Poll: Half of American voters back Trump's Muslim ban

Poll: Half of American voters back Trump's Muslim ban
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A new poll shows that 50 percent of all American voters support a temporary ban on Muslims traveling to the U.S. — an idea originally proposed by GOP presidential front-runner Donald TrumpDonald TrumpDemocrats target Trump's border wall in defense bill debate Obama ethics czar: Trump fundraiser at his DC hotel ‘illegal’ Trump trolling of Comey — Not presidential MORE.  

While 71 percent of Republican voters supported the ban, 34 percent of likely Democratic voters and 49 percent of independents also did, according to the new poll by Morning Consult. 

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Although support for the ban is highest among Trump's supporters, at 84 percent, there is also support for a ban among those who support fellow GOP candidates Ted CruzTed CruzKoch-backed group launches new ads on tax reform Healthcare wish lists: What moderates, conservatives want Overnight Healthcare: GOP infighting erupts over bill | How Republican governors could bring down ObamaCare repeal | Schumer asks Trump to meet with Dems MORE and John Kasich — at 65 percent and 48 percent, respectively.

Among Democrats, more Hillary ClintonHillary Rodham ClintonJeff Bridges: ‘I’m rooting’ for Trump as a human being Leading Pelosi critic Moulton once penned effusive praise for her: report Dems land top recruit for Ros-Lehtinen's Florida district MORE supporters agreed with the travel ban, at 37 percent, versus 27 percent of Bernie SandersBernie SandersNew Alexandra Pelosi documentary brings together GOP, Dem members Sanders: FBI inquiry of wife is 'pathetic' attack Why UK millennials voting for socialism could happen here, too MORE's supporters.  

A "virtual majority" of American voters — 49 percent — also agrees with Cruz's call for additional law enforcement patrols of Muslim neighborhoods in the U.S., the poll showed. 

Seventy percent of Republicans agreed with increased patrols, compared with 35 percent of Democrats and 46 percent of independents.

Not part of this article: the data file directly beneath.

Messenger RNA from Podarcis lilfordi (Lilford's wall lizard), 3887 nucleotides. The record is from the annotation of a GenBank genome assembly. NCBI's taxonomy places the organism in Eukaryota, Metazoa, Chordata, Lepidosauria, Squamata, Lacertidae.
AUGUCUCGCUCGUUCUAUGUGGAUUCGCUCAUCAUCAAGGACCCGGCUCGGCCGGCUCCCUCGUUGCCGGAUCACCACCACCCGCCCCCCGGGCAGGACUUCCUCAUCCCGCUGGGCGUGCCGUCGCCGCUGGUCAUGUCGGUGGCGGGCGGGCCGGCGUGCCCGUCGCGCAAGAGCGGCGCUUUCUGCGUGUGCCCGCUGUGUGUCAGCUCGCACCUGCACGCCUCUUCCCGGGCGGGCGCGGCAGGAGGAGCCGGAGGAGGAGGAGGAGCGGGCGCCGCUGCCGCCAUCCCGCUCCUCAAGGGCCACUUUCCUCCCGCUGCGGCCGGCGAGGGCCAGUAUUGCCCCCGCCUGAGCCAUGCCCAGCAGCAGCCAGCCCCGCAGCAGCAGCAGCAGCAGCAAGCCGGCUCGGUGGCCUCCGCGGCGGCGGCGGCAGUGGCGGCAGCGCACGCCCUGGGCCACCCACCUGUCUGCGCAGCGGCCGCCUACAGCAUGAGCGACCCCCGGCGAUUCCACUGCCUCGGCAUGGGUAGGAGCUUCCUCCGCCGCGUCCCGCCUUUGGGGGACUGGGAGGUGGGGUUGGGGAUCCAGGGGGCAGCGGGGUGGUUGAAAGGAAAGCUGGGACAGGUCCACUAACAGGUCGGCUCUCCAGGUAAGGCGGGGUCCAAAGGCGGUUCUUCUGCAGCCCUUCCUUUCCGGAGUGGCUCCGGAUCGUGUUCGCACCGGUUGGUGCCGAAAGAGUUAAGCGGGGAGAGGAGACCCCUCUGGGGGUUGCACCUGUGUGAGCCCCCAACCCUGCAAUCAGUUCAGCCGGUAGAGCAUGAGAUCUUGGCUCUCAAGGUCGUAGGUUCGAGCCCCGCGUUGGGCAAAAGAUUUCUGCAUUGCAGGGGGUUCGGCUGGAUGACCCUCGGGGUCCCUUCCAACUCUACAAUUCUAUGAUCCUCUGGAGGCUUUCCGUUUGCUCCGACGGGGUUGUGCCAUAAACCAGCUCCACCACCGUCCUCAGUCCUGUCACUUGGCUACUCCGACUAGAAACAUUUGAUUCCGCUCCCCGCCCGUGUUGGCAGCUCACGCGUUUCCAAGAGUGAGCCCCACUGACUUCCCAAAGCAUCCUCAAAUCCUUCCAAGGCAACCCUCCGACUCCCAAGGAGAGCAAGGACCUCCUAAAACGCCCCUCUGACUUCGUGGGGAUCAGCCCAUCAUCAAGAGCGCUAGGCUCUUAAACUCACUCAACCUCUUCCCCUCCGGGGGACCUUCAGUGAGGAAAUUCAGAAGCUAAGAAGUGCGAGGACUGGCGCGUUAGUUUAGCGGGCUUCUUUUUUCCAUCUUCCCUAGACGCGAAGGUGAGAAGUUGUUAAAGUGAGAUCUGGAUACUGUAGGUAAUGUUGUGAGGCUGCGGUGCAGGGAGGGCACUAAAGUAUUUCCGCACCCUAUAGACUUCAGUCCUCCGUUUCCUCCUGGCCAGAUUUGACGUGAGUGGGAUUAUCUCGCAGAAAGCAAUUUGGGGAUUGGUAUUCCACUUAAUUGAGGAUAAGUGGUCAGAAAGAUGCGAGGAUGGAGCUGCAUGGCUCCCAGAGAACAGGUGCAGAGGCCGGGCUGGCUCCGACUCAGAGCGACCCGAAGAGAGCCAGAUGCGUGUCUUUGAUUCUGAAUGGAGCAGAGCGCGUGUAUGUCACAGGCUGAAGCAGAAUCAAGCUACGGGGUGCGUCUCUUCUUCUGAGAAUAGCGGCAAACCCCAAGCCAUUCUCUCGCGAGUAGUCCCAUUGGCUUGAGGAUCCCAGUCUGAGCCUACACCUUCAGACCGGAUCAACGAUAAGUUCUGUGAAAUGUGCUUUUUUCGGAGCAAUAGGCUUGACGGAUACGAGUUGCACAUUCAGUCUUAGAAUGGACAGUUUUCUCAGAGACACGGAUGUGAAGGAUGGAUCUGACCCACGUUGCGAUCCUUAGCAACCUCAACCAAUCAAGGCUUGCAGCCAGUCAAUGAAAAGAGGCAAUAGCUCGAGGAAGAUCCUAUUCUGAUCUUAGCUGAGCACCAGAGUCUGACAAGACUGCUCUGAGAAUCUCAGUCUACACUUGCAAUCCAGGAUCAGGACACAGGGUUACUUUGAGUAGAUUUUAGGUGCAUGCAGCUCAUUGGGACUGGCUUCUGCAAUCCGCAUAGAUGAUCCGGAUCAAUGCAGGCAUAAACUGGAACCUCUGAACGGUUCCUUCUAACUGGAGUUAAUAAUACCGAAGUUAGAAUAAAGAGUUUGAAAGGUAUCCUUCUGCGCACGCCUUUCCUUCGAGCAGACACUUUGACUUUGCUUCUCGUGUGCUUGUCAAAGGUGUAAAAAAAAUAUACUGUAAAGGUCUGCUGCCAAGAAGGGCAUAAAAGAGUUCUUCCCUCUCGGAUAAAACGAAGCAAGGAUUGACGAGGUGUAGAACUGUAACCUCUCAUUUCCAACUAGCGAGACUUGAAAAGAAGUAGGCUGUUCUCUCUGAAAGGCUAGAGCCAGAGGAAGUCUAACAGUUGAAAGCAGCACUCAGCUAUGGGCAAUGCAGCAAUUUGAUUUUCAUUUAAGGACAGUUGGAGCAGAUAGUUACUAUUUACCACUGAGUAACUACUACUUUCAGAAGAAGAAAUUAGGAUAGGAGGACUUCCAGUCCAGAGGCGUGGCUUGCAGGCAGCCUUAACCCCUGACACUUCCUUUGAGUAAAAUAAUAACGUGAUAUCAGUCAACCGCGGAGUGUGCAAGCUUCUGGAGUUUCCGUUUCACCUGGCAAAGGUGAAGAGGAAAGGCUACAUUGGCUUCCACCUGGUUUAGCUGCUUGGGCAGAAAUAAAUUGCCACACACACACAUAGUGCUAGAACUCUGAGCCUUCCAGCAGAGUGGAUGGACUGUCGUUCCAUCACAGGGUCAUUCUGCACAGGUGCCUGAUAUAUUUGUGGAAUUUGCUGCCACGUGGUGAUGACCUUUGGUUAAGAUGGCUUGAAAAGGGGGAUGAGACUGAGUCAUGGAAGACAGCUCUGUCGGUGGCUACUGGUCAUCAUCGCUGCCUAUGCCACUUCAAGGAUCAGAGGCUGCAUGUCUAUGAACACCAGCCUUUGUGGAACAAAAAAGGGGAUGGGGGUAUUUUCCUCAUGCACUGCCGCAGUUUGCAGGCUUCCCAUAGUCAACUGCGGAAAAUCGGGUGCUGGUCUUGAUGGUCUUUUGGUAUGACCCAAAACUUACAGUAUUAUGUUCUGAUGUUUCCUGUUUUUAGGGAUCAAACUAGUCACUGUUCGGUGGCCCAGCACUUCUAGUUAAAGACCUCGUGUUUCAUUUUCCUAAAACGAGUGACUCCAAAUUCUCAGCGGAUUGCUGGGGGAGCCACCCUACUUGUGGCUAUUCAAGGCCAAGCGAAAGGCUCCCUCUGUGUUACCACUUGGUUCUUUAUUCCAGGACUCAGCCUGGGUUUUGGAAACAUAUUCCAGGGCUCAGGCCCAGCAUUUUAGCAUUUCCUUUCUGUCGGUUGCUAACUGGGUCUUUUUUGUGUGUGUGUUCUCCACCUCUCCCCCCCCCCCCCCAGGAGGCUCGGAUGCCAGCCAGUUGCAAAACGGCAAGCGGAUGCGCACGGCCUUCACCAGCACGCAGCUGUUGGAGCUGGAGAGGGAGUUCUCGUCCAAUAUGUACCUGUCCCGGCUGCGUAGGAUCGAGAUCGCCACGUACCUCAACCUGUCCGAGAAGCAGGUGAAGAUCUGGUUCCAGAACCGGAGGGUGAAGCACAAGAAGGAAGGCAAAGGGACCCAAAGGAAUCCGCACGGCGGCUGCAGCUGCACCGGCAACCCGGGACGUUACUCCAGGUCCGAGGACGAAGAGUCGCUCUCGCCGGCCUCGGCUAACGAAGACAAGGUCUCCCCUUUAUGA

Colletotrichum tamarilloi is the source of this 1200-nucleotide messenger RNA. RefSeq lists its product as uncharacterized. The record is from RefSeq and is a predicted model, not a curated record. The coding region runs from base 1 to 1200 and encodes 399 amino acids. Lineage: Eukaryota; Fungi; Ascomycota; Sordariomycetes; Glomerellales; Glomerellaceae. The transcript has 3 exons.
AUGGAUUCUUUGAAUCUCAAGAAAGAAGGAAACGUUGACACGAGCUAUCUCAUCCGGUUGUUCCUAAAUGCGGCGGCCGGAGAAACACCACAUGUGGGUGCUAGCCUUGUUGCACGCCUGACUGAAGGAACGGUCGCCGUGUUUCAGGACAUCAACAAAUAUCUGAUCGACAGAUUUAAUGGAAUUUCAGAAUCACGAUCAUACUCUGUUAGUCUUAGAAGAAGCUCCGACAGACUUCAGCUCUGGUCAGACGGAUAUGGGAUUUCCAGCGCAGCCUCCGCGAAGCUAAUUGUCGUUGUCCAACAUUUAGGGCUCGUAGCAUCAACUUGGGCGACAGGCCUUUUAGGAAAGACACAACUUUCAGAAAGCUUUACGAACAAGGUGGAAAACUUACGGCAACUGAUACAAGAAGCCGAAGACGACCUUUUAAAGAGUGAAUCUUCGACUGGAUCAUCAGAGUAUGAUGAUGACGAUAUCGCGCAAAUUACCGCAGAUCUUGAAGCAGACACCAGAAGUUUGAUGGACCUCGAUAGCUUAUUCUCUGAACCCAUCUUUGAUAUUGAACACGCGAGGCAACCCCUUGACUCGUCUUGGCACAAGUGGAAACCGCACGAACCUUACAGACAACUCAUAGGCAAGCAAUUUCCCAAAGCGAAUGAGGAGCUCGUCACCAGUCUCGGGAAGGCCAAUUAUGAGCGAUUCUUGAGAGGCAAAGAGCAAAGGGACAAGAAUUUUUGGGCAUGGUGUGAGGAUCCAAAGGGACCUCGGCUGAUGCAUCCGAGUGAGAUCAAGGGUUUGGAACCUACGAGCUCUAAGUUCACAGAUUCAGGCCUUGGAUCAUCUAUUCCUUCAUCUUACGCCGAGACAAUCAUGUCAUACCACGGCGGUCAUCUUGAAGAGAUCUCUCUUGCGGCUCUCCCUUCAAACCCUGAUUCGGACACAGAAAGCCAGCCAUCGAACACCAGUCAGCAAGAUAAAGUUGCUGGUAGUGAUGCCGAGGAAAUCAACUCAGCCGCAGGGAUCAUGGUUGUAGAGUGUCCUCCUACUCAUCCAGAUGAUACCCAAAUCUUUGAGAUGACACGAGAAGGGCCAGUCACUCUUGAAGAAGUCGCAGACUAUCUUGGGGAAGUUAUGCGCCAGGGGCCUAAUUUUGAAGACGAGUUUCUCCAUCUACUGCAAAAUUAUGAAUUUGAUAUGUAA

Almost half of voters — 45 percent — also said they support the use of enhanced interrogation techniques, such as waterboarding, against suspected terrorists in order to defeat the Islamic State in Iraq and Syria (ISIS) — another idea touted by Trump. 

However, 34 percent said the U.S. could win the fight against ISIS without using enhanced interrogation techniques, including torture. About 21 percent didn't know or had no opinion. Trump's call for the use of torture has been criticized by current and retired military leaders who say it would violate the Geneva Convention. 

The new poll follows one published Monday by the Morning Consult that showed that after last week's terrorists attacks in Brussels, more American voters said security issues are their top concern in the 2016 presidential election. 

Tuesday's poll also showed that an overwhelming majority of voters support requiring tech companies such as Apple, Google and Facebook to give the government access to their personal data to support U.S. national security interests. 

Seventy-six percent also thought companies should help the government in investigations related to terrorism and in monitoring the accounts of people suspected of being terrorists. 

Two-thirds of voters thought companies should turn over personal data to the government in order to help identify people who may be terrorists.  

Voters also backed increasing security at airports and are not opposed to paying more out of their pockets to do so.

Large majorities also said they support adding a layer of security outside of airports (78 percent); increasing federal funding for the Transportation Security Administration (75 percent); and increasing the training TSA agents receive (84 percent). 

Large majorities also said they would increase federal funding for background checks on airports (81 percent) and increase federal funding for additional security on the perimeters of airports, such as higher fences and regular patrols. 

The Morning Consult tracking poll, which surveyed 2,071 registered voters between March 24 and 26, has a margin of error of  2 percentage points.